GULLANE, England, July 18 – “Nice shot,” a girl screamed without knowing if she was right or wrong. She was wrong. The ball curled to the right of the first hole, hit a lonely tree and plunged into the longest grass available. Welcome to the 2013 British Open Tiger Woods.
The world number one played a provisional. It ended up in a similar spot. He needn’t have bothered. The original ball had been found and the news wasn’t good. Woods declared it unplayable the moment he saw it.
Many players might have disintegrated at this point and carded a double bogey or worse. Not Woods, not today.
Showing no sign of pain from the nagging elbow injury that thwarted his chances at the US Open last month, he made great contact from the knee-high rough and worked his ball up to the greenside bunker. A deft touch later and he was up and down for a bogey.
The usual circus accompanied Woods around Muirfield. Cameramen on fairways in segways, ludicrous screams from the galleries every time he hit a tee shot, photographers clicking early just when players are about to strike the ball.
But Woods was unflappable.
He found himself in a cramped bunker position on three but played a super shot to gimme range.
The crowd recognised it was a special shot from a special player. Woods himself couldn’t conceal his pride as he stepped out of the sand, doffing his cap and acknowledging the applause with his well-practiced hand gesture.
After an intense first hour, Woods released the pressure with his first birdie, on the par three fourth.
For the first time, he actually looked like he might be enjoying himself out there. He took a snack out of his bag, munched it.
After a decent drive on five, he strolled down the fairway chatting away happily to playing partner Graeme McDowell.
But Muirfield had not thrown everything at Woods yet, not by a long shot.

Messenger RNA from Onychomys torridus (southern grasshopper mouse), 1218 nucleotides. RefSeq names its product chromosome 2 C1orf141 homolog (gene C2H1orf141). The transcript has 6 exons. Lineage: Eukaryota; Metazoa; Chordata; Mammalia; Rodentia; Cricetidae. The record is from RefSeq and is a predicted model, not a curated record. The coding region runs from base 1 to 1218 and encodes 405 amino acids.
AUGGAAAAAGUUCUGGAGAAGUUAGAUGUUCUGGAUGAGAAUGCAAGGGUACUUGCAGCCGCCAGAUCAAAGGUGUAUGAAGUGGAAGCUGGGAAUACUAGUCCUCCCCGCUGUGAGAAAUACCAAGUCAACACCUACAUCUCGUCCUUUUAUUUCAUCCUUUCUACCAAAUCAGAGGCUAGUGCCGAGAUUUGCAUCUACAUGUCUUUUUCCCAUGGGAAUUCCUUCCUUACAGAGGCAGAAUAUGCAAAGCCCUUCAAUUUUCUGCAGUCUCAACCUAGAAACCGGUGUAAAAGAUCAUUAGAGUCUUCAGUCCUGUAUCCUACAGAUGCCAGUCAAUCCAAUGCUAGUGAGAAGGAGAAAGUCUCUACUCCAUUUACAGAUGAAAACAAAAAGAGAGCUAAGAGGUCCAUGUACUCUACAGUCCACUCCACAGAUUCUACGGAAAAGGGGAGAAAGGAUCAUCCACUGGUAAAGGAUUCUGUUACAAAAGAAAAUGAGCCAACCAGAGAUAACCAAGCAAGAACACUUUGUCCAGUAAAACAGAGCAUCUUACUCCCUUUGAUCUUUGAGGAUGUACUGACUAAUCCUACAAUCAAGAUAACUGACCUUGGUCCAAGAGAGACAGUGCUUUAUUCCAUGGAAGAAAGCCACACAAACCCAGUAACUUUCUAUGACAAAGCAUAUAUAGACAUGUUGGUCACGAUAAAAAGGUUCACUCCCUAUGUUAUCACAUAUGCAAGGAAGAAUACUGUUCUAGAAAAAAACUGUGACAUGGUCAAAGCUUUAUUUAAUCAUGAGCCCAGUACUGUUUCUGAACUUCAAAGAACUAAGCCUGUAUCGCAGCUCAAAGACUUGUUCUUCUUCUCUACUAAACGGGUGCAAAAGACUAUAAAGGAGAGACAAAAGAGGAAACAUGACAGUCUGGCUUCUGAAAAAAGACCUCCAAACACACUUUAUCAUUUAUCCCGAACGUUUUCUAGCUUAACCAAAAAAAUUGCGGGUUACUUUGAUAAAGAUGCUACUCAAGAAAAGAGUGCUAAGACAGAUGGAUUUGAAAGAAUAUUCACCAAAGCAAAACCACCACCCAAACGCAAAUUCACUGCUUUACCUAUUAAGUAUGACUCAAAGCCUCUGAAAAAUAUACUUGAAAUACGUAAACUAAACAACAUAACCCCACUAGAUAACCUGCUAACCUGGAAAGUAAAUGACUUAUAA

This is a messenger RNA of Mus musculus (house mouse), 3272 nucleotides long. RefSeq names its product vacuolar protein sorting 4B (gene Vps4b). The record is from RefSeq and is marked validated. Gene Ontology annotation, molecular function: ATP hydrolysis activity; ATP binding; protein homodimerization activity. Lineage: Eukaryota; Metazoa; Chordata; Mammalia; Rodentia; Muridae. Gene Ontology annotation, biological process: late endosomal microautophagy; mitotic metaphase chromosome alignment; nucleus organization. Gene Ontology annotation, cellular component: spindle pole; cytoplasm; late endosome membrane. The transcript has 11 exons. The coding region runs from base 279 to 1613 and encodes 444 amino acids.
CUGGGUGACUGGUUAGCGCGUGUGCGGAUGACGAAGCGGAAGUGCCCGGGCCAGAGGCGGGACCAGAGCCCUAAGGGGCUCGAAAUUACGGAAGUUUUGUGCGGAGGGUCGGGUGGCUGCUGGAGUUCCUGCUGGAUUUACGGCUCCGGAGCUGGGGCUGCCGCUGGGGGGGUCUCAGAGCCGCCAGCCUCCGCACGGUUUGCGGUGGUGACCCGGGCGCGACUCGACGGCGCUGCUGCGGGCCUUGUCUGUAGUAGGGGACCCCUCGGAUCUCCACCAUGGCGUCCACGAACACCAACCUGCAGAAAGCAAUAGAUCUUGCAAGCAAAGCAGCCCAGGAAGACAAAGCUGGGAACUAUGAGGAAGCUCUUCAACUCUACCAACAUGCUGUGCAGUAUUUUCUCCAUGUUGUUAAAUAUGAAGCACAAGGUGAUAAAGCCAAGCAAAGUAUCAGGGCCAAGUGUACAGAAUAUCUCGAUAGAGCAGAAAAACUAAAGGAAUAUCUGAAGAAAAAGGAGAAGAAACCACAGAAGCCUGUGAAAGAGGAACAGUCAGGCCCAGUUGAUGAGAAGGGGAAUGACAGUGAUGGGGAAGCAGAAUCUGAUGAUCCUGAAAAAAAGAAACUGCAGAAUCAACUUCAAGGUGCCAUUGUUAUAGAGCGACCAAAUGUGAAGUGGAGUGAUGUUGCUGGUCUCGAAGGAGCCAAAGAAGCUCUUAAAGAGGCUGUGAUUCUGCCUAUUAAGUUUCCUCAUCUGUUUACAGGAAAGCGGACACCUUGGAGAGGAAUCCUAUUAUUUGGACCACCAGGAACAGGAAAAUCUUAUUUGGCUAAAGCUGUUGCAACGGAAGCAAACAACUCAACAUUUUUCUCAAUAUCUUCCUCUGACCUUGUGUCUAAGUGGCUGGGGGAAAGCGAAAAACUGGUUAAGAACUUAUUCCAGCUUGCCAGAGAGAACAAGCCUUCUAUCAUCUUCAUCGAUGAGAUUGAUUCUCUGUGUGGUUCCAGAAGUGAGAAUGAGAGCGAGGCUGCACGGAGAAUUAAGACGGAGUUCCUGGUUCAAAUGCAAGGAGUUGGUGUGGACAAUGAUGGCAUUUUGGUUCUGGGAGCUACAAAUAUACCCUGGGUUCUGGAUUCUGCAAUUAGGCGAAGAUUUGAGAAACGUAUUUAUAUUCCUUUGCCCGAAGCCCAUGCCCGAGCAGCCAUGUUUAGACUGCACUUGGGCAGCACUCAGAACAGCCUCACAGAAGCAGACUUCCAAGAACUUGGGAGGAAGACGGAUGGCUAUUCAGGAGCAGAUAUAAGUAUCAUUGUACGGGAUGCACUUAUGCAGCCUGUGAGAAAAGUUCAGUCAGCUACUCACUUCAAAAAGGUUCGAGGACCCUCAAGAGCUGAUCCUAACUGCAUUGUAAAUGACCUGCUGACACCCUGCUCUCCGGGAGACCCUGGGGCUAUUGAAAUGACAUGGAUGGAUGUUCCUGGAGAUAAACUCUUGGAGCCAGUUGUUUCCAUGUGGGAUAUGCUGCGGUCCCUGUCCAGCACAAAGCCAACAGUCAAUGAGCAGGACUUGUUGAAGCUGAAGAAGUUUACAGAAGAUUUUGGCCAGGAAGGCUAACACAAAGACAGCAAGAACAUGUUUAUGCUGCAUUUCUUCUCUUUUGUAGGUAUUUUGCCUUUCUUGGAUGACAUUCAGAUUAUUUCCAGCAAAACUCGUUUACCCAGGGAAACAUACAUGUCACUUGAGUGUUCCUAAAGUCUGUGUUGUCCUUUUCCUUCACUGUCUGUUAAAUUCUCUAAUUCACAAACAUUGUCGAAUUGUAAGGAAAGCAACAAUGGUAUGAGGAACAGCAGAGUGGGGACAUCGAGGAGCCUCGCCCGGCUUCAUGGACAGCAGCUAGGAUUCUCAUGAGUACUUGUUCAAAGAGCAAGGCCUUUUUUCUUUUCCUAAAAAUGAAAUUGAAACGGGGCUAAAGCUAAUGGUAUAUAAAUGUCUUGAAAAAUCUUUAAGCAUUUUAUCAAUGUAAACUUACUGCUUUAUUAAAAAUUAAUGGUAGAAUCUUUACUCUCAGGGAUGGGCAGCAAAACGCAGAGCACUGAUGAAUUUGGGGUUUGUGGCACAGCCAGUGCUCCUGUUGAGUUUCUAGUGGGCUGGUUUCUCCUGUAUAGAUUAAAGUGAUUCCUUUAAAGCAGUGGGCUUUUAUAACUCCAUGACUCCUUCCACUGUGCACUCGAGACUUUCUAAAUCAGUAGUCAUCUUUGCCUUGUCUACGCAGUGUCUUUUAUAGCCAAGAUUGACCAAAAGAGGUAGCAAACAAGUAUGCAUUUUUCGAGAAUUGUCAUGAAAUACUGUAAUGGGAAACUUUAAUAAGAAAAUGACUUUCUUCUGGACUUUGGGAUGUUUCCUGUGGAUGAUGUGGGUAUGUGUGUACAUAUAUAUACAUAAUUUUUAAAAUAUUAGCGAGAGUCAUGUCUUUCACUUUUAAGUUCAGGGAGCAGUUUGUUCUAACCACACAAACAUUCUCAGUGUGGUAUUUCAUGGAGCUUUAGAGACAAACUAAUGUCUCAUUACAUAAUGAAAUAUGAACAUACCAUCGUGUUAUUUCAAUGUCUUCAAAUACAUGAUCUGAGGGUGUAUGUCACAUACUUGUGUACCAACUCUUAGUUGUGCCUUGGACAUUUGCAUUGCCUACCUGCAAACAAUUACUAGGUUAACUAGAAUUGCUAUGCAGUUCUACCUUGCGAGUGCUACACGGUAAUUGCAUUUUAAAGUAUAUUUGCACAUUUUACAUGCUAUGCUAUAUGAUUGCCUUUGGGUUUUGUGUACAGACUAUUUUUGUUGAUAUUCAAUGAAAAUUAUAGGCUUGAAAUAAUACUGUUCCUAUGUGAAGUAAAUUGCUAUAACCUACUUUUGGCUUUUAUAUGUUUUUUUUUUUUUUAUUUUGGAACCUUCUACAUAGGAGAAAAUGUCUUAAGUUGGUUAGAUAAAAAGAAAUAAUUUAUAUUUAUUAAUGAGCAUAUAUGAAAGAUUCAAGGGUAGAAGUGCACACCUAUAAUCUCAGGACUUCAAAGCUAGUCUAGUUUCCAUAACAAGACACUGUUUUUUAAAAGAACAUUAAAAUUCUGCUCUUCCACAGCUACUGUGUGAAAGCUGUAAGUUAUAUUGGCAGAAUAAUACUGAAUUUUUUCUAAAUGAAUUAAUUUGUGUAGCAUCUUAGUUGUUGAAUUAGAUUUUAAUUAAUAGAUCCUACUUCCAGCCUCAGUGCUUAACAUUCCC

If Woods remains in contention until the bitter end at this year’s Open he can look back to the sixth hole on the opening day and thank his mental fortitude.
His tee shot found position A on the fairway next to McDowell. His approach looked on the number but it landed hard, bounced high and started rolling.
“Stop! Stop damn it!” Woods implored. Trouble lurked back there and he knew it.
The chip shot Woods faced was a shocker. He was in the rough, the bank was steep and the pin was perched only eight feet over the top, on a downslope.
A collective groan came from the packed stands when his first attempt rolled back down the bank and found even heavier rough.
Woods played it fearlessly again, knowing if he hit it too hard it would run miles past and leave him a long bogey putt. This time he was a fraction too soft and he was fortunate that it held onto the crest of the green.
The eight foot downhiller may be one of the best bogey putts he has holed in a while. As on the first he could have been staring at double or triple but walked off with just a five.
Woods displayed enormous grit during this opening round. It may not have been pretty. He certainly didn’t make it look easy. But time and time again in similar situations where others were folding, he dug deep and limited the damage.
With birdies on 10 and 11 he climbed into the red for the first time. On 12 he found himself right up against the front left edge. With no stance he put one knee out, the other leg in and smashed it out to 10 feet to give himself a chance of par, which he duly converted.
After trading a birdie and a bogey on 13 and 14, he hit a lovely long iron into the par five 17th to set up an eagle chance. The putt drifted past but it was a tap in birdie.
After eking out a typically hard-fought par on the last, Woods carded a very respectable two under par 69 to be just three off the lead. His 32 on the back nine was the equal best of the day.